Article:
The trick in making effective use of synchronicity is being cognizant of its occurrence. Rather than curse the heavens, we’d be wise in such situations to ask ourselves, “Why did this happen?” In fact, to make even more effective use of it, we’d serve ourselves well to put it in a conscious creation context by asking ourselves, “So why did I create these conditions?” and “What beliefs are driving these circumstances?” Once we do this, we have an opportunity to uncover the pearl in the metaphysical oyster.

Of course, this also begs us to become awake and aware of how our reality comes into being and what we do specifically to make that happen. It compels us to draw upon all of our perceptive abilities and all of the elements that we employ in the manifestation process, especially our intuition. This is something Papa Kadam is acutely aware of, especially in his seemingly unconventional communications with his departed wife. But such exceptional contact always pays off, resulting in insights that lead to constructive outcomes. One would hope that his example rubs off on others, too – including us.

The biggest payoff that arises from all these realizations is a deeper understanding of the joy and power of creation. The fulfillment that comes from the simple act of manifesting our desires assumes an exalted position of prominence in the consciousness and sensibilities of those working their materialization magic. This is perhaps most obvious in the experience of Hassan, whose lifelong passion takes quantum leaps in advancement when he taps into the conditions that make such progress possible. His experience provides him with a tremendous sense of personal satisfaction – and an inspiring example for all of us to draw upon.

In driving home this point, the film aptly illustrates how unbridled joy can come from a comparatively simple act like cooking, something many of us may take for granted as an everyday mundane task. Yet “The Hundred-Foot Journey” elevates the commonplace to an art form, one to be savored in every respect, from its inception to its completion and eventual consumption. Indeed, the kitchen is an arena that has received considerable attention in this regard in recent years, both in the plethora of television shows celebrating the subject, as well as in a number of other theatrical film releases, including “Chef” (2014), “Le Chef” (2014) and “Haute Cuisine” (2013). But, then, all of these offerings applaud something that nourishes us, just as the conscious creation process itself does.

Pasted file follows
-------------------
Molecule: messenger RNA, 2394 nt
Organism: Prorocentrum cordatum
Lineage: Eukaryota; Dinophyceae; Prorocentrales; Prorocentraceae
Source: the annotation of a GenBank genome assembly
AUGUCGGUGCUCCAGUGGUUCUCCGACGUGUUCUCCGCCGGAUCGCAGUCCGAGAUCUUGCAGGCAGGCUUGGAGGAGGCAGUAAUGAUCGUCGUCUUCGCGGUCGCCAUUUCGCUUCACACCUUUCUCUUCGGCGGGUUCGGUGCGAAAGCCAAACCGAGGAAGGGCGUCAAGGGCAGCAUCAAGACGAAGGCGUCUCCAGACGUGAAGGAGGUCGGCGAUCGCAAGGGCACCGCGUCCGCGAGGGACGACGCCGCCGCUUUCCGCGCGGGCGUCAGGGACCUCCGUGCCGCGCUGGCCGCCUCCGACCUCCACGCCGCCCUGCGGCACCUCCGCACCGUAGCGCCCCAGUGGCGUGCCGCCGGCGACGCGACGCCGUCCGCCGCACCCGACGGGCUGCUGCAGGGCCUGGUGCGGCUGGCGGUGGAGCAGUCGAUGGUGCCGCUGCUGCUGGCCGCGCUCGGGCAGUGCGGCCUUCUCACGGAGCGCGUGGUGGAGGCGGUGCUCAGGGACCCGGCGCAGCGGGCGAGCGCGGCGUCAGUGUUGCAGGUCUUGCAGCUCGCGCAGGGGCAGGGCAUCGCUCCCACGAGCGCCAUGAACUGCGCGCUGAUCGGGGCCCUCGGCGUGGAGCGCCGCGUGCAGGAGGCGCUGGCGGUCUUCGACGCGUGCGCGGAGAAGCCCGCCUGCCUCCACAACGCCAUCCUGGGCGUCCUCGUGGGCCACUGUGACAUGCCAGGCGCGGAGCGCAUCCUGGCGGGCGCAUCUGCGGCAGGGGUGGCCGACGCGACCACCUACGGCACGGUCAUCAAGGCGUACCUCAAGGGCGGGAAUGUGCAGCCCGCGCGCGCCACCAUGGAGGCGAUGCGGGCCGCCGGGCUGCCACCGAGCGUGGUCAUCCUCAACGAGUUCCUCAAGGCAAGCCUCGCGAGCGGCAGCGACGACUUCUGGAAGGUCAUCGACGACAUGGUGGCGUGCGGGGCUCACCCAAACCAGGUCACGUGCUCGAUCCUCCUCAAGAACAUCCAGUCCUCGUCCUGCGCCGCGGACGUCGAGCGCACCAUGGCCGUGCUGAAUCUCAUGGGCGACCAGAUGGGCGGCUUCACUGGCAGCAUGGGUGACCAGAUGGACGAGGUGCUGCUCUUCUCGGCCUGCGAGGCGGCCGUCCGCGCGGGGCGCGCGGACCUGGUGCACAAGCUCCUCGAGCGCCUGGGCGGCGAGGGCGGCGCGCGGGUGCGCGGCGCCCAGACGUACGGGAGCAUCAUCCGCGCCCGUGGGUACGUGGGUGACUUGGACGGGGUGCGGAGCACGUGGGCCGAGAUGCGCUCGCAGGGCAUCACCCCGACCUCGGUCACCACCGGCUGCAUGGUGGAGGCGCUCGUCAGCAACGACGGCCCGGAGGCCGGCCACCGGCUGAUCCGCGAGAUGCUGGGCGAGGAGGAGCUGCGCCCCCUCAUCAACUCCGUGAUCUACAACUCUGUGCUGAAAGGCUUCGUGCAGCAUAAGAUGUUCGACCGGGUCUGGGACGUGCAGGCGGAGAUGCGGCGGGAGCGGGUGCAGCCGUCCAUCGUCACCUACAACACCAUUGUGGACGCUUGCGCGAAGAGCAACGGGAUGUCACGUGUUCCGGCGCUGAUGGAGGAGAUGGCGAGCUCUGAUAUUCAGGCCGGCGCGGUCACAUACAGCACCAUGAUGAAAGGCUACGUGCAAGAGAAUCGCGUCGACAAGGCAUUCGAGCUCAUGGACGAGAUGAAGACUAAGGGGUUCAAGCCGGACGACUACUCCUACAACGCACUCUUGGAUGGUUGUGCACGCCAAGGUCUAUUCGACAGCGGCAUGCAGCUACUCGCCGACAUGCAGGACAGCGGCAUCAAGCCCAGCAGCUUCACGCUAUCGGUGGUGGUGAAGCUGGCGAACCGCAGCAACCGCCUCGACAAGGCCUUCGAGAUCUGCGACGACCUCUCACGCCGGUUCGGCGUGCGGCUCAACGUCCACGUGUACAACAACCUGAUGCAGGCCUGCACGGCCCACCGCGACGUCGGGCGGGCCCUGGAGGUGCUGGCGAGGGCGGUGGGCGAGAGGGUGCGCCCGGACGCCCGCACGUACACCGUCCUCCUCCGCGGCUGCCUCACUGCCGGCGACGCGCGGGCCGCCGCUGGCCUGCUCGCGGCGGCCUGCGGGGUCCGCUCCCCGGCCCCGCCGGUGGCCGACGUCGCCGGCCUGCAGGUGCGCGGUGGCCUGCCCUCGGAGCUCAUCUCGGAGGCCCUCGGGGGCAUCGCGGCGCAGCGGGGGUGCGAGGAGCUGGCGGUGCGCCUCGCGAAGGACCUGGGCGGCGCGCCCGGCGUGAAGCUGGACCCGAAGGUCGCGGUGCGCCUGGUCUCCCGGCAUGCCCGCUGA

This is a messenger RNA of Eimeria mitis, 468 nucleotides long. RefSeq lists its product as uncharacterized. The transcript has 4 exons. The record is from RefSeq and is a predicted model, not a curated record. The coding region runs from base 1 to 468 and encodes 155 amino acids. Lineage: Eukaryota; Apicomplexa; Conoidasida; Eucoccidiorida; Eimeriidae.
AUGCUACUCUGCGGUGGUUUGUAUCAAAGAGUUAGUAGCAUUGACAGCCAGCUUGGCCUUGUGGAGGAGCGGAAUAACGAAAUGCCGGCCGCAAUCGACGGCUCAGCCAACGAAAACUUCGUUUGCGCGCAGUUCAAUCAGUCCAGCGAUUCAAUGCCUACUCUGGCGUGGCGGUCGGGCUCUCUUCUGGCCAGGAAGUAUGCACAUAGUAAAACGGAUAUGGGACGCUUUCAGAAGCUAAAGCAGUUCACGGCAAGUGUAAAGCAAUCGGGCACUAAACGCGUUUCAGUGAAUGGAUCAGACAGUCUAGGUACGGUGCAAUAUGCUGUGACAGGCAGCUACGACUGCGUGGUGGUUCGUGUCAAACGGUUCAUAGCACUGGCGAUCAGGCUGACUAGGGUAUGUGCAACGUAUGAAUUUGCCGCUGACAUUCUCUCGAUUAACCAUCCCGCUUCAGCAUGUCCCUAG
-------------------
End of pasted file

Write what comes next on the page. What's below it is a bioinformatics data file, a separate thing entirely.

“The Hundred-Foot Journey” is fairly typical fare from director Lasse Halström, a mildly entertaining melodrama that satisfies nicely, like a good, home-cooked meal. The picture’s luscious cinematography and capable acting are sure to please, despite the film’s need for some judicious editing and its tendencies toward schmaltzy predictability. But these shortcomings are nonetheless compensated for by Mirren’s deliciously wicked performance and the movie’s many exquisite culinary and landscape shots. In short, if you go in without high expectations about this film, you won’t be disappointed.

Our personal creative odysseys often take us in directions we don’t see coming, but those experiences also open us up to parts of ourselves we know little about or never knew existed. That allows our true selves and untapped potential to emerge, making it possible to fulfill ourselves in ways we never dreamed of. And, under such tantalizing circumstances, who knows what we might cook up.

Copyright © 2014, by Brent Marchant. All rights reserved.

Wednesday, September 10, 2014

Catch Me on Writers' Voices!

Please tune in this Friday, September 12 at 2 pm Eastern, when I'll be a guest on the Writers' Voices radio show on KRUU FM in Fairfield, IA. Tune in locally at 100.1 FM or over the Internet by clicking here. Join me and host Monica Hadley for a lively conversation about conscious creation in the movies. And, for further information about the show, visit the Writers' Voices web site.